Corey Robin has a fascinating, very long post up at The Nation on the possible (or even likely)  connections between Nietzsche and the Austrian school economists (Hayek, von Mises and their American disciples). He’s added a bit at Crooked Timber, where a lively discussion is underway.

Here’s his opening:

In the last half-century of American politics, conservatism has hardened around the defense of economic privilege and rule. Whether it’s the libertarianism of the GOP or the neoliberalism of the Democrats, that defense has enabled an upward redistribution of rights and a downward redistribution of duties. The 1 percent possesses more than wealth and political influence; it wields direct and personal power over men and women. Capital governs labor, telling workers what to say, how to vote and when to pee. It has all the substance of noblesse and none of the style of oblige. That many of its most vocal defenders believe Barack Obama to be their mortal enemy—a socialist, no less—is a testament less to the reality about which they speak than to the resonance of the vocabulary they deploy.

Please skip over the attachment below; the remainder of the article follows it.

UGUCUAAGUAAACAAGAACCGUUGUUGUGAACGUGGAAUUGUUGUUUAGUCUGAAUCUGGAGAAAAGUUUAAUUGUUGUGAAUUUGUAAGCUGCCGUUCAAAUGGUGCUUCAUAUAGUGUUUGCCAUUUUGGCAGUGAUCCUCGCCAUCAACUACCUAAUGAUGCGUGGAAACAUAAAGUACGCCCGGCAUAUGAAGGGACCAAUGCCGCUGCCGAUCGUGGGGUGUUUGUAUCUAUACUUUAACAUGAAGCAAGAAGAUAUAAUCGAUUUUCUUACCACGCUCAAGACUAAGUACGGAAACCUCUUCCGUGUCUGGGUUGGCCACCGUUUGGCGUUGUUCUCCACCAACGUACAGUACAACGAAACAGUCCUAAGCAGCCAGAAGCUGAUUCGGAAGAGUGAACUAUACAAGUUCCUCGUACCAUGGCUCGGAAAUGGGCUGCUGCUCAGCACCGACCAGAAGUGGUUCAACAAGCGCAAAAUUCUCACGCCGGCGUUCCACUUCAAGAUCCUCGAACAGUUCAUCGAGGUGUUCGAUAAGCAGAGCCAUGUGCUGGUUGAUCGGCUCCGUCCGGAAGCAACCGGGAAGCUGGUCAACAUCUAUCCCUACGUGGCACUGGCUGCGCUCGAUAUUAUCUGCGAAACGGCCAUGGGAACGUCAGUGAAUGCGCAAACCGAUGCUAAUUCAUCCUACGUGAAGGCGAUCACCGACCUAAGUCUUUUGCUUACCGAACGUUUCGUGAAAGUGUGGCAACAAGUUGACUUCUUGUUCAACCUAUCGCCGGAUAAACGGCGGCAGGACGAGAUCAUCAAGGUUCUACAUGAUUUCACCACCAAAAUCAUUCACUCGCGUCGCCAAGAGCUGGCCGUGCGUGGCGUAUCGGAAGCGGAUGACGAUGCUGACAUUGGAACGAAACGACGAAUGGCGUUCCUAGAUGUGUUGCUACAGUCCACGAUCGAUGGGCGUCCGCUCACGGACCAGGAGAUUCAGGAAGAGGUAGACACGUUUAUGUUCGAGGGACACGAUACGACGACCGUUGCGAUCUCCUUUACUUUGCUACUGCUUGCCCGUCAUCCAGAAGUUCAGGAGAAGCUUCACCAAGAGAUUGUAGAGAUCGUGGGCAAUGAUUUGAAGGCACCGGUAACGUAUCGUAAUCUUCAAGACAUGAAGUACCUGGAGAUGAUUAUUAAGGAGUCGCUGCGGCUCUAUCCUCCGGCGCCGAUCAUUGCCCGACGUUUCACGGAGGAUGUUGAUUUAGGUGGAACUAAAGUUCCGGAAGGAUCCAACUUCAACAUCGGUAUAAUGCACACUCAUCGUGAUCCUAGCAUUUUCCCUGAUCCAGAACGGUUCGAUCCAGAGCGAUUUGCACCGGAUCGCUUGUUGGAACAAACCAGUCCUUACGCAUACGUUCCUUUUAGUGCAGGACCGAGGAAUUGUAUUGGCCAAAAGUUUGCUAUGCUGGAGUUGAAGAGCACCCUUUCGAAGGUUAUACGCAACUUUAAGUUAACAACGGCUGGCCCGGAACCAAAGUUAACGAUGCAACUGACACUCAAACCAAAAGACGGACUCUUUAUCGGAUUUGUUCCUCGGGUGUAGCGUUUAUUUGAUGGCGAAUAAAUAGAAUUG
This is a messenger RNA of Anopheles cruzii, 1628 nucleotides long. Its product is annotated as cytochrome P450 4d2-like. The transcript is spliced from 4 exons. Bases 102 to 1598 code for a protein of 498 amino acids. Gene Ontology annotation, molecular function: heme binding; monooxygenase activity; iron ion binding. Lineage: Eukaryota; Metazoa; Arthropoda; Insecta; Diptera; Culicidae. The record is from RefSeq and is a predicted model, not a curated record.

The Nobel Prize–winning economist Friedrich Hayek is the leading theoretician of this movement, formulating the most genuinely political theory of capitalism on the right we’ve ever seen. The theory does not imagine a shift from government to the individual, as is often claimed by conservatives; nor does it imagine a simple shift from the state to the market or from society to the atomized self, as is sometimes claimed by the left. Rather, it recasts our understanding of politics and where it might be found. This may explain why the University of Chicago chose to reissue Hayek’s The Constitution of Liberty two years ago after the fiftieth anniversary of its publication. Like The Road to Serfdom (1944), which a swooning Glenn Beck catapulted to the bestseller list in 2010, The Constitution of Liberty is a text, as its publisher says, of “our present moment.”